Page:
Re: [arch-d] I-D Action: draft-iab-protocol-maintenance-04.txt

Brian E Carpenter <> Tue, 05 November 2019 01:13 UTC

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From: Brian E Carpenter <>
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Date: Tue, 5 Nov 2019 14:13:24 +1300
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Subject: Re: [arch-d] I-D Action: draft-iab-protocol-maintenance-04.txt
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Thanks for the updates, but I still have concerns about this draft.

> Abstract
>    For a protocol
>    that is actively maintained, the robustness principle can, and
>    should, be avoided.

To be blunt, I don't think there is community consensus for this
statement. Now the IAB can of course express an opinion, but for
something as contentious as this, I think it needs to be labelled
as an opinion statement, especially in the Abstract which tends
to bias the reader's mindset. Or a more neutral phrasing could
be used; for example:

For a protocol that is actively maintained, the impact of
applying the robustness principle should be carefully considered.

> 1.  Introduction
>    Ideally, protocol implementations never have to apply the robustness
>    principle.  Or, where it is unavoidable, use of the robustness
>    principle is viewed as a short term workaround that needs to be
>    quickly reverted.

In an ideal world, all implementations would be perfect, so the
robustness principle would be unnecessary. But the very basis for
it is that the world *is not* ideal and many implementations *are 
not* perfect. So, really, what is the point of the first sentence?

And no, I don't believe it's a short term workaround. That's like
saying: when I've finished testing my Python program, I can take
out all the try:... except:... statements because I've fixed
all the errors, so I don't need the except: cases any more.

On the contrary - good engineers leave the exception handling
in for ever. When they don't, planes crash.

Is there really a consensus view in the community that 
"the robustness principle is viewed as a short term workaround"?
I don't believe it.

> 4.  Ecosystem Effects
>    Once deviations become entrenched, it can be extremely difficult - if
>    not impossible - to rectify the situation.

I take the point. Sloppy usage of the robustness principle can indeed
allow sloppy errors in the spec or in an implmentation to survive. But
there's a trade-off that, IMHO, the draft does not recognize: non-robust
implementations that do not tolerate sloppy inputs are bad for users
trying to accomplish something.

It's perfectly reasonable to argue that an implementation should have
a strict mode, in which it logs errors etc., in a way that allows the
detection of sloppiness at the other end. And I agree that this is of
particular value during active development of the protocol and its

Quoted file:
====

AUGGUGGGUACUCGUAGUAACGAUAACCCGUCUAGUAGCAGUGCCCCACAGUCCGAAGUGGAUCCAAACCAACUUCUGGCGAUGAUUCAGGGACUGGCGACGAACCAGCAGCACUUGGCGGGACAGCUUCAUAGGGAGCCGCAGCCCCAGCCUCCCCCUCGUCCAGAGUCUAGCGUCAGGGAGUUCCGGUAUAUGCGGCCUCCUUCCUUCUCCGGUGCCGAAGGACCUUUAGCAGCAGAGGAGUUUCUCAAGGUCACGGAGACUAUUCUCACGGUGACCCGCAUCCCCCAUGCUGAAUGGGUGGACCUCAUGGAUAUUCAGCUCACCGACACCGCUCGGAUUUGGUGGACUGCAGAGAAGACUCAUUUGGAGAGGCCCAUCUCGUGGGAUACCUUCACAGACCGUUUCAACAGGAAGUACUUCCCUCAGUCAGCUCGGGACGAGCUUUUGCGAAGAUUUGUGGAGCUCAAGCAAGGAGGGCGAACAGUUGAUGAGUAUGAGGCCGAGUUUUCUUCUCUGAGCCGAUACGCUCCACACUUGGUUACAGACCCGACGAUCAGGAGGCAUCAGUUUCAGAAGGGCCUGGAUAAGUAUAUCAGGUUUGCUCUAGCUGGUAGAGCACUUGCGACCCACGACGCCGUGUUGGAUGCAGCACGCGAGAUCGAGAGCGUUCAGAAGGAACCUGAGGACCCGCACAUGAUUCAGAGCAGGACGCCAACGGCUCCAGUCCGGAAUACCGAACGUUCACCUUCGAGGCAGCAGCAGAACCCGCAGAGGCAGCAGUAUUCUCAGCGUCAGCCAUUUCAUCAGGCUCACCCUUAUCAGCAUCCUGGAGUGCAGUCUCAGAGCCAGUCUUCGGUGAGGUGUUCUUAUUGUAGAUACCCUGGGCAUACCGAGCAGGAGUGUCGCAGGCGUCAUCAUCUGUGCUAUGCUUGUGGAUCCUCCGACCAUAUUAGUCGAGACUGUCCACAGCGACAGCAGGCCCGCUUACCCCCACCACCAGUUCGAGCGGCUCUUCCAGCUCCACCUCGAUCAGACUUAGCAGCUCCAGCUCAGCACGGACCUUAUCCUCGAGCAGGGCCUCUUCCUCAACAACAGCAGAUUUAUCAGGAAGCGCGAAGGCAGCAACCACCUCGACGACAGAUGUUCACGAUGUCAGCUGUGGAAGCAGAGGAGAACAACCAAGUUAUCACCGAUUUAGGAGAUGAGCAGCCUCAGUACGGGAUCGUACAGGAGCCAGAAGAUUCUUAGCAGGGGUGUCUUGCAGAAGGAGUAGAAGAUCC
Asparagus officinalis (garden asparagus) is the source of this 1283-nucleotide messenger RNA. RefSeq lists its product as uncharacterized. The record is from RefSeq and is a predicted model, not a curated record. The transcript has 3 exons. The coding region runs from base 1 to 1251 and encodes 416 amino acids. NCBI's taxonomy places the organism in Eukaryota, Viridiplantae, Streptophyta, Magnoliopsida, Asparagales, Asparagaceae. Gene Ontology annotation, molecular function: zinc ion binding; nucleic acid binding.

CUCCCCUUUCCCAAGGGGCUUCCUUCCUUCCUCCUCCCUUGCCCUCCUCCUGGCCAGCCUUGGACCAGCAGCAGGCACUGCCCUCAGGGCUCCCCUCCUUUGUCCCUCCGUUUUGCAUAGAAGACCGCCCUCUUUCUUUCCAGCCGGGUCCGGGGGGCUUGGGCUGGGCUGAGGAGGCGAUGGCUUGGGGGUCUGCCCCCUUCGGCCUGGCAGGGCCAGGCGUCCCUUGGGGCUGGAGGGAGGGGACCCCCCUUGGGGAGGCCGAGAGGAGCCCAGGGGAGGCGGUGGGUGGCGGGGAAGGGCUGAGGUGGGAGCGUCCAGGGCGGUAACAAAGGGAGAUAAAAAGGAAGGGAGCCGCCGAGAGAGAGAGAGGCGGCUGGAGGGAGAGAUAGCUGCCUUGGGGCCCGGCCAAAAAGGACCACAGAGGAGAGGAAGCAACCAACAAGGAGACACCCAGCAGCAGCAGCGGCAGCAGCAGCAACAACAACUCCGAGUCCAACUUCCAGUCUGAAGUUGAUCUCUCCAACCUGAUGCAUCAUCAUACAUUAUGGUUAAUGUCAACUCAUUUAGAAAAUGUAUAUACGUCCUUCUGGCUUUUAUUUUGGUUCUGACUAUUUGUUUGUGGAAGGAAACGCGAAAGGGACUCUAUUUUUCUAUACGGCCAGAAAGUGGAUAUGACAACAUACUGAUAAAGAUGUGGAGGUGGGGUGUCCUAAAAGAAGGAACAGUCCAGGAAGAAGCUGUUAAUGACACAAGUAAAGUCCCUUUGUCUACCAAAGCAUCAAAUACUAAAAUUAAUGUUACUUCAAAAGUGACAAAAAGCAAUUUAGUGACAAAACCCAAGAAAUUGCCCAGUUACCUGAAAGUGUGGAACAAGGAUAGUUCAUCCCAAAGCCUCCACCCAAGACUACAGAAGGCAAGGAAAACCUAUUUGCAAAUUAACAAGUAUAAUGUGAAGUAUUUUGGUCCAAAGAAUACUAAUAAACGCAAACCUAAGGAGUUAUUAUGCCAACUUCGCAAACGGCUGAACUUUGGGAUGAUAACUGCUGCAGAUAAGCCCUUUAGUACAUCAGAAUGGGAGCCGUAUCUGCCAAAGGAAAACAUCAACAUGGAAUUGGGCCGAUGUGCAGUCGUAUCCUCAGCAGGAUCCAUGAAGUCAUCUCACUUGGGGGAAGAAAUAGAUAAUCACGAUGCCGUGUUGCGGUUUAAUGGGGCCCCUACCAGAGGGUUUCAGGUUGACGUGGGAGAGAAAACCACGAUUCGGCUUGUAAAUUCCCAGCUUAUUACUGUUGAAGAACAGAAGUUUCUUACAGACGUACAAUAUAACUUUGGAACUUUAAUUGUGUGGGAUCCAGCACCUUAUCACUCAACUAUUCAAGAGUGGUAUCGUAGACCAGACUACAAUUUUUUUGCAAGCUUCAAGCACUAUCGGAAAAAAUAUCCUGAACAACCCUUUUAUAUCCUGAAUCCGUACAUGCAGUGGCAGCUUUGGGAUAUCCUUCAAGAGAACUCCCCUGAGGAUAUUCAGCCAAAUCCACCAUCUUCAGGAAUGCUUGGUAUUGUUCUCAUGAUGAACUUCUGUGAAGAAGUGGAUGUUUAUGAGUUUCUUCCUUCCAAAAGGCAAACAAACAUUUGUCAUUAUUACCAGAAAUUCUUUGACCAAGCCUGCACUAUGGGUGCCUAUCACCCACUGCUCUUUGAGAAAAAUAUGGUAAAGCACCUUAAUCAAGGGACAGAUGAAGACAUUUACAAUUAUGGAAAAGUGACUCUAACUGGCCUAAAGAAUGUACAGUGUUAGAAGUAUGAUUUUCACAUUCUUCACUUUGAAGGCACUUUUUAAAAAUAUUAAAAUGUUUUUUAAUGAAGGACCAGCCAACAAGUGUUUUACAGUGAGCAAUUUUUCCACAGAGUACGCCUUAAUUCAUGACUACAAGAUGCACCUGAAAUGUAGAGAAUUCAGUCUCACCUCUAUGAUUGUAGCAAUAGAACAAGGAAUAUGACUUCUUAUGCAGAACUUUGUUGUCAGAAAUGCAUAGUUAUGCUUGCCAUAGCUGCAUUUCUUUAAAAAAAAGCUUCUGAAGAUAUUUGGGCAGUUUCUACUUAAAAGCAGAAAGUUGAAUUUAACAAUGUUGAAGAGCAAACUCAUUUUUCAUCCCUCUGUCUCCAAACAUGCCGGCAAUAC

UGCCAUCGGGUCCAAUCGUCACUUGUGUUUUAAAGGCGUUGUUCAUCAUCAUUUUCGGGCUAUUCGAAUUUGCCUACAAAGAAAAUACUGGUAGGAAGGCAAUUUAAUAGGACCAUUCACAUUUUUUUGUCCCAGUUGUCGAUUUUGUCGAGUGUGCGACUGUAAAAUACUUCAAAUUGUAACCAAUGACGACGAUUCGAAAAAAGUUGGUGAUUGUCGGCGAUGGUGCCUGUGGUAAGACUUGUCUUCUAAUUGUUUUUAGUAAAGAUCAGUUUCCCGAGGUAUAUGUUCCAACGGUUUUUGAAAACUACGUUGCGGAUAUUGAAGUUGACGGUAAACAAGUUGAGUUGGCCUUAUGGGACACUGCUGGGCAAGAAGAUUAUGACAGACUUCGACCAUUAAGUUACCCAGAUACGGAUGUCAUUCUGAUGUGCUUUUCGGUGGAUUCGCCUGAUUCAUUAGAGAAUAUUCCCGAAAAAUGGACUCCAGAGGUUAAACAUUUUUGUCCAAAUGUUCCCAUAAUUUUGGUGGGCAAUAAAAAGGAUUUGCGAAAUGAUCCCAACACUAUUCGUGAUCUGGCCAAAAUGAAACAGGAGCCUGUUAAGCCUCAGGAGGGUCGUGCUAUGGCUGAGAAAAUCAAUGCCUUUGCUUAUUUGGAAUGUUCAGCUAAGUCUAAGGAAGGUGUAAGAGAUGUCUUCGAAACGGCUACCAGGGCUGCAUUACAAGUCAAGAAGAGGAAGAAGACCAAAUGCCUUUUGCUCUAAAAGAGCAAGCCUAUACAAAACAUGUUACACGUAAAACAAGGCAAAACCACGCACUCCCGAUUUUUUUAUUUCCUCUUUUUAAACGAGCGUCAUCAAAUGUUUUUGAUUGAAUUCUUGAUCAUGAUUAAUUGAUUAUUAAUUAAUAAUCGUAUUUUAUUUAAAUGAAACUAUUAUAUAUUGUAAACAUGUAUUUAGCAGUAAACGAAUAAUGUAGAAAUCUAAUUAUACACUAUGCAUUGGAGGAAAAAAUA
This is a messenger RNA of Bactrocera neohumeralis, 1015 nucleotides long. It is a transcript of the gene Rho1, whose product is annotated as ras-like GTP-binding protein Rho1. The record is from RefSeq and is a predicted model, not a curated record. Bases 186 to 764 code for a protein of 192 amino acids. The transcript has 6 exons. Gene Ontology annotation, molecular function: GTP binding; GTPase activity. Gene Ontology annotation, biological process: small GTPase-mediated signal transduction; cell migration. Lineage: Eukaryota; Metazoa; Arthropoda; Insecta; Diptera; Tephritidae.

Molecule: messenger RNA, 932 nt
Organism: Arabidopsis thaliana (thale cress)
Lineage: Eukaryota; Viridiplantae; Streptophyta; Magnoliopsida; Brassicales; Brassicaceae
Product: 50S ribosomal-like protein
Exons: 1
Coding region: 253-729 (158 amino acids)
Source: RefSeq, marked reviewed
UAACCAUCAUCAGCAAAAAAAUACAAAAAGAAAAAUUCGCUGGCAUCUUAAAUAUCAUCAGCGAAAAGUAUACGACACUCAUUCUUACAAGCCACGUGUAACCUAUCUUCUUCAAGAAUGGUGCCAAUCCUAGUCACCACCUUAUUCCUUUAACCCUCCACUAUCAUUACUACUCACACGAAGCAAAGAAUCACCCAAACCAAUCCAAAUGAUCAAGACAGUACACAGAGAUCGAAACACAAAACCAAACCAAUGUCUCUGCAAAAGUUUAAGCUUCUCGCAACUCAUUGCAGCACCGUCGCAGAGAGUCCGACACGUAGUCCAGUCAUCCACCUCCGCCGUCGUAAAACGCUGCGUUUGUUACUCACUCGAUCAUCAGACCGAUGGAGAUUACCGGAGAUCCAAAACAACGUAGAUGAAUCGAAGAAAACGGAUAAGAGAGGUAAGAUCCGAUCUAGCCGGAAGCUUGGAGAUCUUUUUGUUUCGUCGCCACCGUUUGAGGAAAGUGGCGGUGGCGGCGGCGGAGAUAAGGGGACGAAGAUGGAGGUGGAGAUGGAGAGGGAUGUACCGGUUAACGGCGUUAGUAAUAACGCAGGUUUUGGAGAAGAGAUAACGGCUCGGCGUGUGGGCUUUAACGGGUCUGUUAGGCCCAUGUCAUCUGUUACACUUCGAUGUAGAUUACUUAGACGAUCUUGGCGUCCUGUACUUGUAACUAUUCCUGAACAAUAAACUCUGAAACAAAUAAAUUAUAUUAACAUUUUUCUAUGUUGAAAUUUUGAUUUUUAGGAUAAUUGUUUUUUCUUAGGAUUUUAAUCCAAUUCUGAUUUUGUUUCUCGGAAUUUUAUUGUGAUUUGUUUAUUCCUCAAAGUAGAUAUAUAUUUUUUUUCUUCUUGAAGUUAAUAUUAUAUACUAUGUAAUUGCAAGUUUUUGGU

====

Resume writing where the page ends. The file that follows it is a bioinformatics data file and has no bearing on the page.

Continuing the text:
ecosystem**. But I don't see any developer shipping code to the mass
market that has strict mode on by default. I don't see any recognition
of this reality in the draft.

It's also correct to argue that sloppiness in certain security
functions such as algorithm negotiation is never OK.

** If anyone here is masochistic enough to try my prototype
of GRASP, they'll discover that its first two questions to
the user are:

Test mode (many extra diagnostics)? Y/N:
Diagnostics for inbound message parse errors? Y/N:

So yes, I agree with a lot of the points this draft makes.

   Brian Carpenter

On 04-Nov-19 19:36, wrote:
> A New Internet-Draft is available from the on-line Internet-Drafts directories.
> This draft is a work item of the Internet Architecture Board IETF of the IETF.
>         Title           : The Harmful Consequences of the Robustness Principle
>         Author          : Martin Thomson
> 	Filename        : draft-iab-protocol-maintenance-04.txt
> 	Pages           : 12
> 	Date            : 2019-11-03
> Abstract:
>    The robustness principle, often phrased as "be conservative in what
>    you send, and liberal in what you accept", has long guided the design
>    and implementation of Internet protocols.  The posture this statement
>    advocates promotes interoperability in the short term, but can
>    negatively affect the protocol ecosystem over time.  For a protocol
>    that is actively maintained, the robustness principle can, and
>    should, be avoided.
> The IETF datatracker status page for this draft is:
> There are also htmlized versions available at:
> A diff from the previous version is available at:
> Please note that it may take a couple of minutes from the time of submission
> until the htmlized version and diff are available at
> Internet-Drafts are also available by anonymous FTP at:
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